• (AI) – In the Caribbean Region, it is not that they are not cognisant of what is needed; they are unaware of how to go about it. This is where I come in and where other consultants come in so we help them to plan policies, to examine it from a scientific perspective – this is not guesswork, there is no guesswork in any of this. There are methods that are used to evaluate what exact value copyright and other aspects of intellectual property rights have so they would know how to incorporate into their national economic plan.
• (PP) – So, it’s not just somebody jumping up and screaming for copyright.
• (AI) – No, it’s not just somebody jumping up and saying we want copyright and somebody saying no, if we do this, then some people would not be able to buy school books for their children. That’s an uninformed level of the issue. So there is no point in government avoiding the issue.
• (PP) – What happens if you avoid, if you continue to avoid the issue?
• (AI) – Then the diplomatic communities will put pressure on you (and you) would be going in circles all the time. You have to get with it; it is as simple as that.
• (PP) – Guyana is part of the Caribbean region, so we ought to be cognisant of what’s happening in other parts of the Caribbean. You are a part of a regional movement which ought to make us aware of what’s happening…
• (AI) – The thing is that I work for the World Intellectual Property Organisation and they only operate on the basis of invitation. So countries will have to invite them to give some advice and so it works. If you want the advice, you are going to get it. If you don’t want it, well, it will not be forced on you.
• (PP) – Intriguing. Exasperating.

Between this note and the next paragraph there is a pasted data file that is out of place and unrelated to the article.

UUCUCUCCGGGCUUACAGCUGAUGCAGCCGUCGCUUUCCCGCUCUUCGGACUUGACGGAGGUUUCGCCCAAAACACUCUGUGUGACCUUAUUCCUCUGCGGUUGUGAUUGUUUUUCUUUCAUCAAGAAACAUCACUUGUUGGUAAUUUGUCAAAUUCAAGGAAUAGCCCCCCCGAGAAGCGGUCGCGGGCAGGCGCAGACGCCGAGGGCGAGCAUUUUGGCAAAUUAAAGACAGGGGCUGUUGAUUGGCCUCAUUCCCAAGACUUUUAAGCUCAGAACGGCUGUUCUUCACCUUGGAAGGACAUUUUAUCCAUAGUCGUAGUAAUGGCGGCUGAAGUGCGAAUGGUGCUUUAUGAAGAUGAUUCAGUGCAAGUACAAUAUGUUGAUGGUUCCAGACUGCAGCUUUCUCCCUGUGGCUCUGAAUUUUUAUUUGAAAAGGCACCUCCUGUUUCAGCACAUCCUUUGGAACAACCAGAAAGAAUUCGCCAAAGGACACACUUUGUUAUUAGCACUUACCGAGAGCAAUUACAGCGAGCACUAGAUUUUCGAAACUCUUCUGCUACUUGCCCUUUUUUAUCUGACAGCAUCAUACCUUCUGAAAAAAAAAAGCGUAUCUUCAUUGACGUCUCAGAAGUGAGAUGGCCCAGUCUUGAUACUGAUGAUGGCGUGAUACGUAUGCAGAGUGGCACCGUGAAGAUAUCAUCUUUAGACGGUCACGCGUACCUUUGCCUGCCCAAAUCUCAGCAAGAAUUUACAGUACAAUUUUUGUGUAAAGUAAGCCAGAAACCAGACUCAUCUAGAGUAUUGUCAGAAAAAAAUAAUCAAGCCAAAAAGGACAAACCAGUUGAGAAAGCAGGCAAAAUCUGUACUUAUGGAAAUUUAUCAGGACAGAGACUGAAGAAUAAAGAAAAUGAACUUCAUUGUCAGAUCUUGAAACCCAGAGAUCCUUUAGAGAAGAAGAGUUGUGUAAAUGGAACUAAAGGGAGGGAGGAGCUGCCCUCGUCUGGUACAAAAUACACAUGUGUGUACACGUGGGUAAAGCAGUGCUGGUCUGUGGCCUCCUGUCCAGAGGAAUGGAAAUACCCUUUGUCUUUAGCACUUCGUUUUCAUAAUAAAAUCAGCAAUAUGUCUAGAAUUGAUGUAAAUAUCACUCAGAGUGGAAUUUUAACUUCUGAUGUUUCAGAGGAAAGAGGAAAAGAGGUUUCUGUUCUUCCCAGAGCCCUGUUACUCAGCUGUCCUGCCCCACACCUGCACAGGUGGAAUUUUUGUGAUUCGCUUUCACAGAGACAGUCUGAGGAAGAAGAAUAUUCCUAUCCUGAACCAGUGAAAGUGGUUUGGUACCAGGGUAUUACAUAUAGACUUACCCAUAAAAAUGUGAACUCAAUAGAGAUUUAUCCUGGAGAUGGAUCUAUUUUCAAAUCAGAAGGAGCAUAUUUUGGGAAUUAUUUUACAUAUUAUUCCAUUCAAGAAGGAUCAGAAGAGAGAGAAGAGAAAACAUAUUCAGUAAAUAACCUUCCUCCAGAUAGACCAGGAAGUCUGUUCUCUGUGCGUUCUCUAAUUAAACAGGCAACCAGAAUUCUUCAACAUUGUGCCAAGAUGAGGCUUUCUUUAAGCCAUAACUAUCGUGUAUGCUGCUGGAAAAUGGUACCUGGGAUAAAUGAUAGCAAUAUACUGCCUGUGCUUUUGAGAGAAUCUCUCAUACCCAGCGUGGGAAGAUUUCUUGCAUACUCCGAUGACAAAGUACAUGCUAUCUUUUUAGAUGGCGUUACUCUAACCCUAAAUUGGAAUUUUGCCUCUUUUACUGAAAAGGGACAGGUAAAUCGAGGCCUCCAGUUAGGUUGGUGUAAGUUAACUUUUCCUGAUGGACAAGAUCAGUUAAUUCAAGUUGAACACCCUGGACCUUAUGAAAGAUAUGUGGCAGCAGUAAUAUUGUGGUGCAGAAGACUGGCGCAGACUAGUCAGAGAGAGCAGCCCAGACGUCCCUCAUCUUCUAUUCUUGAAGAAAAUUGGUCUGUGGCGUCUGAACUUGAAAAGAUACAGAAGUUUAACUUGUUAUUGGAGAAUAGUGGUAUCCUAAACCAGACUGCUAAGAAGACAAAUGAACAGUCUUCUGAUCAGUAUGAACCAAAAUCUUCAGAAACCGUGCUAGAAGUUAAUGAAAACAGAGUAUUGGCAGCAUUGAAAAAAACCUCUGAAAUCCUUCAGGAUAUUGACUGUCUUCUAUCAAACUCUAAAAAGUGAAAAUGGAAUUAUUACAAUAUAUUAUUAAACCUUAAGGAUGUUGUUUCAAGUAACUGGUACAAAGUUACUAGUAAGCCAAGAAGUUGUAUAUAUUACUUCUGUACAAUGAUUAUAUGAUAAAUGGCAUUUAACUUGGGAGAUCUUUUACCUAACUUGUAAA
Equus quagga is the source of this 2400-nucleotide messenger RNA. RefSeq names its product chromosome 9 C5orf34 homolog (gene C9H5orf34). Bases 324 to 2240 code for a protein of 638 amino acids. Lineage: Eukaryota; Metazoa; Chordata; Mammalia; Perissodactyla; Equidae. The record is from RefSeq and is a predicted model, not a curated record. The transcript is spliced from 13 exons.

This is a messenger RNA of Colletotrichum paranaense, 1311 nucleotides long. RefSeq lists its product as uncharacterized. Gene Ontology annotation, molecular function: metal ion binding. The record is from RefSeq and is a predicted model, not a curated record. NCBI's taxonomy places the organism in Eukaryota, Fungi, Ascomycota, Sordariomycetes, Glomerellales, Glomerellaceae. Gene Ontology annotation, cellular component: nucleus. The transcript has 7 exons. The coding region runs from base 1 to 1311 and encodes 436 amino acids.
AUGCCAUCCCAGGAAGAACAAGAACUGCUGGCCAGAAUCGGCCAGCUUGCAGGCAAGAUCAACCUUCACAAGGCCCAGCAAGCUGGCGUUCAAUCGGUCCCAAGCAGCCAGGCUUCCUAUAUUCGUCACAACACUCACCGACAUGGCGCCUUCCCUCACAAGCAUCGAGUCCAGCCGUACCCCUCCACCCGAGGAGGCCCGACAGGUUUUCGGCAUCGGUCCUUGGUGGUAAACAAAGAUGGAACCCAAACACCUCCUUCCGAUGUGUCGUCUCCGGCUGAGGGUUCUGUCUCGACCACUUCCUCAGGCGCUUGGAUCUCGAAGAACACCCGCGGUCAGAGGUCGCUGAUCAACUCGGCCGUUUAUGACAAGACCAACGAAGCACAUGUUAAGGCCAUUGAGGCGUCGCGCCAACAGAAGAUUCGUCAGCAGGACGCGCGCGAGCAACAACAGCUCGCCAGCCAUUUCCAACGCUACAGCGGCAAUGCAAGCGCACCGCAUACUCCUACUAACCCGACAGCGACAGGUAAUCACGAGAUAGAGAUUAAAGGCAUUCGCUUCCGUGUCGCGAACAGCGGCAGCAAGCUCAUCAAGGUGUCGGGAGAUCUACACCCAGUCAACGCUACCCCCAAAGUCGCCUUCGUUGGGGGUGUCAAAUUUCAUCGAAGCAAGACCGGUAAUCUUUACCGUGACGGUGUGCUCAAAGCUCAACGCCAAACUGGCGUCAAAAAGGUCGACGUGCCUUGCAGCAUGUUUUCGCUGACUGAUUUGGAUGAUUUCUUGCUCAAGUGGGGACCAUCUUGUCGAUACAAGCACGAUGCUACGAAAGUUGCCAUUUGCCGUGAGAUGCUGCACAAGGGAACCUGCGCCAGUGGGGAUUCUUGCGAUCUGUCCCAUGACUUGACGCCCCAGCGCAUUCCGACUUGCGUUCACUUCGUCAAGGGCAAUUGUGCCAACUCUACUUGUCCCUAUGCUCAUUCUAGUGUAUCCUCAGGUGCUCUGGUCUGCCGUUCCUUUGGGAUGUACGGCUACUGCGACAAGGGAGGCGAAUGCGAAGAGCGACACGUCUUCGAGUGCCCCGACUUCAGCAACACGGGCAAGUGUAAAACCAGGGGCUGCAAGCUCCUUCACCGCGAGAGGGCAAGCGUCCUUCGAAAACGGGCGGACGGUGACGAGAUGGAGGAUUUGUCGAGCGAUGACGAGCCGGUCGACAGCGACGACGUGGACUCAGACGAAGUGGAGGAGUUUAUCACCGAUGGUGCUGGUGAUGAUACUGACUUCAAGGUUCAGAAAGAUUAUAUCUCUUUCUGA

• (AI) – Well! What I have said continuously is that CARICOM ought to take responsibility for intellectual property Caribbean-wide; it is too great an issue for them to avoid. The European Union has got it together – they’ve got directors, they’ve got policies, they’ve got plans. As an international grouping, you need to have that in place or else you’re wasting time. I don’t see how the Caribbean Single Market and Economy is going to succeed at all if we fail to deal with intellectual property. It is huge.
• (PP) – How come the Community has not made a move in this direction?
• (AI) – It is a question that I have asked and I have examined in scholarly journals because it is fascinating to me that they would just sit there and not consider this huge cutting edge technologically advanced thing…
• (PP) – Fascinating or exasperating?
• (AI) – Fascinating because the world is moving forward in law and technology and they are sitting there probably not understanding that we cannot be marketed forever as sun, sea and sand, but you have to do things to help the region have a better, stronger voice even in negotiations at certain forums. When you sit at the United Nations (UN) General Assembly and listen…size matters.
• (PP) – You are working for the Caribbean Region so we could point our fingers to you as being responsible for the slow movement, the inaction on this issue?
• (AI) – Not at all, you have to blame your policy makers….(to be continued)
• The Guyana Annual Magazine 2014-2015 issue in now available at Guyenterprise Ltd., Lance Gibbs and Irving Streets, Tel # 226-9874
(Responses to this author are asked to telephone (592) 226-0065 or email: firstname.lastname@example.org)
by Petamber Persaud